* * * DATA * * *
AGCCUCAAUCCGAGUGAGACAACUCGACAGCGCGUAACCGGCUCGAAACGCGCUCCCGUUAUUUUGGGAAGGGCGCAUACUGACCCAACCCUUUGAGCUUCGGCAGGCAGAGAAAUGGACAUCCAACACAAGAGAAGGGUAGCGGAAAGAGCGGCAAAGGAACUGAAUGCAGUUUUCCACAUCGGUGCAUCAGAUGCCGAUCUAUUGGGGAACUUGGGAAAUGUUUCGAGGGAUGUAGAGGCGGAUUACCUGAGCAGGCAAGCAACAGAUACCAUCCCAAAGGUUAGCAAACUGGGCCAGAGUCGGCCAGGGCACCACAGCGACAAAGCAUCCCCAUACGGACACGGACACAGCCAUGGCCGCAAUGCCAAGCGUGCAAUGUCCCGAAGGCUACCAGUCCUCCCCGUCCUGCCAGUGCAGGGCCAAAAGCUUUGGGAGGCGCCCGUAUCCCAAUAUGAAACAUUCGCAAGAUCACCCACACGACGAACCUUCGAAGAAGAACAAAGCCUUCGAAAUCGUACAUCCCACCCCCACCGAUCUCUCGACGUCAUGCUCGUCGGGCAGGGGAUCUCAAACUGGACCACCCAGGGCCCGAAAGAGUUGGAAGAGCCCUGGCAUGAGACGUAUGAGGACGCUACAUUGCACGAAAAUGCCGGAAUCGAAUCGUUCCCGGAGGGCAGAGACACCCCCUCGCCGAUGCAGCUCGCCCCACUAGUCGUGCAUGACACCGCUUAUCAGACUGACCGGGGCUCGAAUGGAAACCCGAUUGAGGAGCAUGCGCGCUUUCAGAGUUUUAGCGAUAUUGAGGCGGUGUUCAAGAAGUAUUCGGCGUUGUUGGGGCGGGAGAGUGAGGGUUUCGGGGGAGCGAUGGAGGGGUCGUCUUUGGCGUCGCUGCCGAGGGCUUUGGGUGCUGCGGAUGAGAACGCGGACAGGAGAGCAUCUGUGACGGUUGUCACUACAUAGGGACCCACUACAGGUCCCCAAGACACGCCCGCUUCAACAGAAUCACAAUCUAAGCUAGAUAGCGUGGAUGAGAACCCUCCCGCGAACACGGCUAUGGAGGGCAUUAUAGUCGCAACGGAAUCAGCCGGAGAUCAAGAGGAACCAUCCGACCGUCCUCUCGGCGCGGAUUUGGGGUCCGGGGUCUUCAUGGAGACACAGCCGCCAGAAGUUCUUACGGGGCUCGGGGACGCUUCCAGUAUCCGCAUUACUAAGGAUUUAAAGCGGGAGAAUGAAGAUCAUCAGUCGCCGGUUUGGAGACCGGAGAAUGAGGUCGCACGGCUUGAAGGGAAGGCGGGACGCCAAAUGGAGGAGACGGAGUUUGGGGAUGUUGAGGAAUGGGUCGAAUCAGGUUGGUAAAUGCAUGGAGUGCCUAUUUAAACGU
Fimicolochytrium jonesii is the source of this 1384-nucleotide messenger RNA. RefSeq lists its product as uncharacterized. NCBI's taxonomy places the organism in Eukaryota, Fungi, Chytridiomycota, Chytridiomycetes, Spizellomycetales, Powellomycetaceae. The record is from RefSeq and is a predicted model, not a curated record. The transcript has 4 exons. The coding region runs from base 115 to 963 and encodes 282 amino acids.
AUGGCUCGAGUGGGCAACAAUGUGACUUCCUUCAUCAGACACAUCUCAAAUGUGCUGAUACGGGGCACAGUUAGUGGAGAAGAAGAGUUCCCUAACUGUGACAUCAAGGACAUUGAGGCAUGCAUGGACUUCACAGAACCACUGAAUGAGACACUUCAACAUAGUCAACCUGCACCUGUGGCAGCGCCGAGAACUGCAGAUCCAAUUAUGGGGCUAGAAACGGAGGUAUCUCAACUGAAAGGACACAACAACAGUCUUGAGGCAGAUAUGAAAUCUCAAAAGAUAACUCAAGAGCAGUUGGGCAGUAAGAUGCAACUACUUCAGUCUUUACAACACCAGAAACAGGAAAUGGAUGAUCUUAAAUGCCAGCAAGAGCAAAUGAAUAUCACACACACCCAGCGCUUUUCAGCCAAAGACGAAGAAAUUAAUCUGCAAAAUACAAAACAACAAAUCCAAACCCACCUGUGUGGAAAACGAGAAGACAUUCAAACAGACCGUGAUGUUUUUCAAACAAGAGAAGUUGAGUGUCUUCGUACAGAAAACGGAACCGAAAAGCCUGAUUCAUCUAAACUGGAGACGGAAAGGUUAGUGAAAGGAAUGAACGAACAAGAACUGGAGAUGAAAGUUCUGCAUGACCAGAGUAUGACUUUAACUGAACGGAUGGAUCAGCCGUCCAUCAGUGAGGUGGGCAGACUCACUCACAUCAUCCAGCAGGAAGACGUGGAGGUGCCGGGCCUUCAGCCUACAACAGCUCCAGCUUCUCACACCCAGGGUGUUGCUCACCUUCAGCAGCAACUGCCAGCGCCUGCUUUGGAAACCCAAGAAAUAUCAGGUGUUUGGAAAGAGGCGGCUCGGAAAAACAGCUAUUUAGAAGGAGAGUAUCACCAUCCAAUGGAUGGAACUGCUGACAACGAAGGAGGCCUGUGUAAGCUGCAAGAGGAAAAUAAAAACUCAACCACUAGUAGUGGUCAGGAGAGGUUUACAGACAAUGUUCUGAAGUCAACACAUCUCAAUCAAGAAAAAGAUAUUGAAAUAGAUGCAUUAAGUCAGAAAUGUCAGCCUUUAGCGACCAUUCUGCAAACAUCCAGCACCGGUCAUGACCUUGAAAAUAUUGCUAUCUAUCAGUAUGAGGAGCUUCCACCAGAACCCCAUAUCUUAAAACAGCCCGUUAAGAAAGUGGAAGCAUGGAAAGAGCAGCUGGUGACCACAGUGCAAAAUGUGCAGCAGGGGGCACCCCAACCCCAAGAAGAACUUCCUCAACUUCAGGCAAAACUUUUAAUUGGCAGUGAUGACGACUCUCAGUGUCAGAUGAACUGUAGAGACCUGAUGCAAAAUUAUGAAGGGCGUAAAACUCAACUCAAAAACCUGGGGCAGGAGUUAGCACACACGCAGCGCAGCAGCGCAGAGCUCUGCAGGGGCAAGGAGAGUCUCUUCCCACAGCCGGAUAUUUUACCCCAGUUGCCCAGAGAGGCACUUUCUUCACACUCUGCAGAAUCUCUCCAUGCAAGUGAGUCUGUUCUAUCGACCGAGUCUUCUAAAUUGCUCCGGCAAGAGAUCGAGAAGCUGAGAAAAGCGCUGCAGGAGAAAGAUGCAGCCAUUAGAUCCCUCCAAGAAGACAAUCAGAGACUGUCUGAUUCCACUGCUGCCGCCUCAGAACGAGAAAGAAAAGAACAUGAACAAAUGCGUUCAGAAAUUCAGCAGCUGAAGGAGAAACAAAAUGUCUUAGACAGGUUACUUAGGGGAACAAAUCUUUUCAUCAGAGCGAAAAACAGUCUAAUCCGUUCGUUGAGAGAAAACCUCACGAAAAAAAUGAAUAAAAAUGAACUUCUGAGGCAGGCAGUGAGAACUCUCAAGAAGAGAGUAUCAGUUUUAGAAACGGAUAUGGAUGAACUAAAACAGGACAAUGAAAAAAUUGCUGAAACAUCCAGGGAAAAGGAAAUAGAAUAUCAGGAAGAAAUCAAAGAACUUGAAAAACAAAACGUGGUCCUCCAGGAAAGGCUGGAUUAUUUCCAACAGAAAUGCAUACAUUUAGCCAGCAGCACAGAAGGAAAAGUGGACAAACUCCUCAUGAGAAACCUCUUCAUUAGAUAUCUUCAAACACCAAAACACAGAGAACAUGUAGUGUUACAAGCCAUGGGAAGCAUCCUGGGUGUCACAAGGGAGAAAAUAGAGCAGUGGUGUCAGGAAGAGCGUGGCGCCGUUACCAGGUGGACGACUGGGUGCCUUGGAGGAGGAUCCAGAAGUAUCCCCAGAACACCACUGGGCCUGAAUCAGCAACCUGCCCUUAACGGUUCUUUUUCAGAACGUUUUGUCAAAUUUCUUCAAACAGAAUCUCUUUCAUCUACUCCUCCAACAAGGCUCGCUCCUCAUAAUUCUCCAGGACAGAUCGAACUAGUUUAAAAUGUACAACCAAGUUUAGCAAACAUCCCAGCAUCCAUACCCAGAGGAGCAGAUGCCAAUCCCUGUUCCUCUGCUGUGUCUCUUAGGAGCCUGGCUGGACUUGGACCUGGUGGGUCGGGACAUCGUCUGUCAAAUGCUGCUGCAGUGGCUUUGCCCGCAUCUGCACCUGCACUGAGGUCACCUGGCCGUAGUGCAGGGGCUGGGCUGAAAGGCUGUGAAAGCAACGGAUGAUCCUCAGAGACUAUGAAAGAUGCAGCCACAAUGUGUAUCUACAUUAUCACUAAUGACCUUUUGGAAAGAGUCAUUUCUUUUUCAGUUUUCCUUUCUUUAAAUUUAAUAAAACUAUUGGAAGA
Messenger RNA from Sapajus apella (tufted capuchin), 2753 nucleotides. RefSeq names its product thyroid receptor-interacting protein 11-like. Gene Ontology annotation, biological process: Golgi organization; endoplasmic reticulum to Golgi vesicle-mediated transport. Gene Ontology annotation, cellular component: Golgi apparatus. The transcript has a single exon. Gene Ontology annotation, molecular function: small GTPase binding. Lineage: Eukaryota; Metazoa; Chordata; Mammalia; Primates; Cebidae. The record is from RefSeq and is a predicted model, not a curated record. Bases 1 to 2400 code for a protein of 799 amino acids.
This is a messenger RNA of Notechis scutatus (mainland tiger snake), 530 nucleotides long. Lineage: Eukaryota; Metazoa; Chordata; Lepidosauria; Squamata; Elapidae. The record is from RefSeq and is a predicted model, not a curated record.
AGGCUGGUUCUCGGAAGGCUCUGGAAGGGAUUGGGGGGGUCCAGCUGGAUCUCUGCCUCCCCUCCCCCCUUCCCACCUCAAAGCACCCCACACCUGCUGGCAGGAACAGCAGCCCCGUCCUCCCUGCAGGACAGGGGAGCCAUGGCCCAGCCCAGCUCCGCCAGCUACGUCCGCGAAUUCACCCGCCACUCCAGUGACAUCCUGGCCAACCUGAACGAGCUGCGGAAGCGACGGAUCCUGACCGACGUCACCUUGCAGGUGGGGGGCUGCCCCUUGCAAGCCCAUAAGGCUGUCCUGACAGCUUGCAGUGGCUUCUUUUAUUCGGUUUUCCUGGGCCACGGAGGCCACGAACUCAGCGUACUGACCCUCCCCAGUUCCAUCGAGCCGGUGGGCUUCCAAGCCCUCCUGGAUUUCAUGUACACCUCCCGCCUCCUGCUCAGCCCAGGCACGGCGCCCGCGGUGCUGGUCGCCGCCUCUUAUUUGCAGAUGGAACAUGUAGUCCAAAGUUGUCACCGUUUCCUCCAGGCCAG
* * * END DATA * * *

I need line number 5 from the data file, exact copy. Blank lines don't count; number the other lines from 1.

This is a messenger RNA of Notechis scutatus (mainland tiger snake), 530 nucleotides long. Lineage: Eukaryota; Metazoa; Chordata; Lepidosauria; Squamata; Elapidae. The record is from RefSeq and is a predicted model, not a curated record.